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Taxation in Latin America: Reflections on Sustainability and the Balance between Equity and Efficiency

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  • Richard M. bird

    ()
    (International Tax Program, Rotman school of Management, University of Toronto)

Abstract

This paper explores in some aspects of the complex balancing act needed to achieve economically and politically sustainable tax systems in Latin America. By a “sustainable” tax system I mean one that is sufficiently congruent with prevailing economic and political factors in a country to persist without the need for repeated major “reforms.” Specifically, my thesis is that one key to achieving a sustainable tax system is to strike the right “balance” between the equity and efficiency aspects of taxation in terms of the equilibrium of political forces. Experience suggests that any state that wishes to both grow and to implement redistributive fiscal policies -- whether the aim be much or little redistribution -- must first establish an administrable and efficient tax system. At the same time, however, to make such a system politically sustainable, it must be considered “fair” by a majority of the politically relevant population. One reason why many countries in Latin America do not appear to have either an efficient or a fair tax system is essentially because of the very limited scope of this segment of the population, so that the politically relevant “domain” of the fiscal system is considerably smaller than the population as a whole. Some specific suggestions are made in the paper with respect to how both the efficiency and the equity outcomes of Latin American tax systems might be improved. My general conclusion, however, is that a more democratic and sustainable outcome cannot, as it were, be induced by better fiscal institutions. On the contrary, a more encompassing and legitimate state is itself the key ingredient needed for a more balanced and sustainable tax system. Countries with similar economic characteristics in similar economic situations can and do have and sustain very different tax levels and structures, reflecting their different political situation. In a variant of a phrase currently popular in the literature of political economics, when it comes to tax matters, in general “politics rule.”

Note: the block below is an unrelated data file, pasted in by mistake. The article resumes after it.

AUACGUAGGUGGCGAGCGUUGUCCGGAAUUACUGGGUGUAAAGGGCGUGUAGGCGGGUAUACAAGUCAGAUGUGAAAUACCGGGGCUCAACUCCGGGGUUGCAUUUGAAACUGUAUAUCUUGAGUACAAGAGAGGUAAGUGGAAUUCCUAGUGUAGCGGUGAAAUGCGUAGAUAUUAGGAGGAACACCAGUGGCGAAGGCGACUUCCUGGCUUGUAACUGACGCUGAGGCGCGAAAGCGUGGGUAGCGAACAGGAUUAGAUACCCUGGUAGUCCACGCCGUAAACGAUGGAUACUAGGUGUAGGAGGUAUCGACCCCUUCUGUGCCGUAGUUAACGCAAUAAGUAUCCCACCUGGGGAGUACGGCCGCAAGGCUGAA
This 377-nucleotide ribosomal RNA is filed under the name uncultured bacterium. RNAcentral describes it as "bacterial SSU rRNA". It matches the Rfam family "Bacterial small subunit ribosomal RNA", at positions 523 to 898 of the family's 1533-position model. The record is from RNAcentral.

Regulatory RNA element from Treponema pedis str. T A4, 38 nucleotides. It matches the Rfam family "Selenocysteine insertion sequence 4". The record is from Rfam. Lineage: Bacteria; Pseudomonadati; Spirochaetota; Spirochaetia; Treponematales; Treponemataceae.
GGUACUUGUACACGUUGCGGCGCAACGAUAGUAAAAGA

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Bibliographic Info

Paper provided by International Tax Program, Institute for International Business, Joseph L. Rotman School of Management, University of Toronto in its series International Tax Program Papers with number 0306.

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Length: 58 Pages
Date of creation: Jun 2003
Date of revision:
Handle: RePEc:ttp:itpwps:0306

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Keywords: Taxa; Latin America; equity; efficiency;

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References

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Citations

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Cited by:
  1. Odd-Helge Fjeldstad & Mick Moore, 2007. "Taxation and State Building: Poor Countries in a Globalised World," CMI Working Papers 11, CMI (Chr. Michelsen Institute), Bergen, Norway.
  2. Richard M. Bird & Jorge Martinez-Vazquez & Benno Torgler, 2014. "Societal Institutions and Tax Effort in Developing Countries," Annals of Economics and Finance, Society for AEF, vol. 15(1), pages 301-351, May.
  3. Bird, Richard M. & Martinez-Vazquez, Jorge & Torgler, Benno, 2008. "Tax Effort in Developing Countries and High Income Countries: The Impact of Corruption, Voice and Accountability," Economic Analysis and Policy (EAP), Queensland University of Technology (QUT), School of Economics and Finance, vol. 38(1), pages 55-71, March.
  4. Michael Smart, 2006. "The GST Cut and Fiscal Imbalance," International Tax Program Papers 0604, International Tax Program, Institute for International Business, Joseph L. Rotman School of Management, University of Toronto.
  5. Richard Bird & Jorge Martinez-Vazquezb & Benno Torgler, 2007. "Tax Effort: The Impact of corruption, Voice and Accountability," International Tax Program Papers 0702 Classification - JEL, International Tax Program, Institute for International Business, Joseph L. Rotman School of Management, University of Toronto.
  6. Rodrigo Cubero & Ivanna Vladkova Hollar, 2010. "Equity and Fiscal Policy," IMF Working Papers 10/112, International Monetary Fund.
  7. Christine C.P. Wong & Richard M. Bird, 2005. "China?s Fiscal System: A Work in Progress," International Tax Program Papers 0515, International Tax Program, Institute for International Business, Joseph L. Rotman School of Management, University of Toronto.
  8. repec:idb:brikps:8421 is not listed on IDEAS
  9. Kenneth L. Sokoloff & Eric M. Zolt, 2007. "Inequality and the Evolution of Institutions of Taxation: Evidence from the Economic History of the Americas," NBER Chapters, in: The Decline of Latin American Economies: Growth, Institutions, and Crises, pages 83-138 National Bureau of Economic Research, Inc.
  10. Jorge Martinez-Vazquez, 2011. "Municipal Finances in Latin America: Features, Issues, and Prospects," International Center for Public Policy Working Paper Series, at AYSPS, GSU paper1107, International Center for Public Policy, Andrew Young School of Policy Studies, Georgia State University.
  11. Richard M. Bird, 2006. "Taxing Land and Property in Emerging Economies: Raising Revenue...and More?," International Tax Program Papers 0605, International Tax Program, Institute for International Business, Joseph L. Rotman School of Management, University of Toronto.

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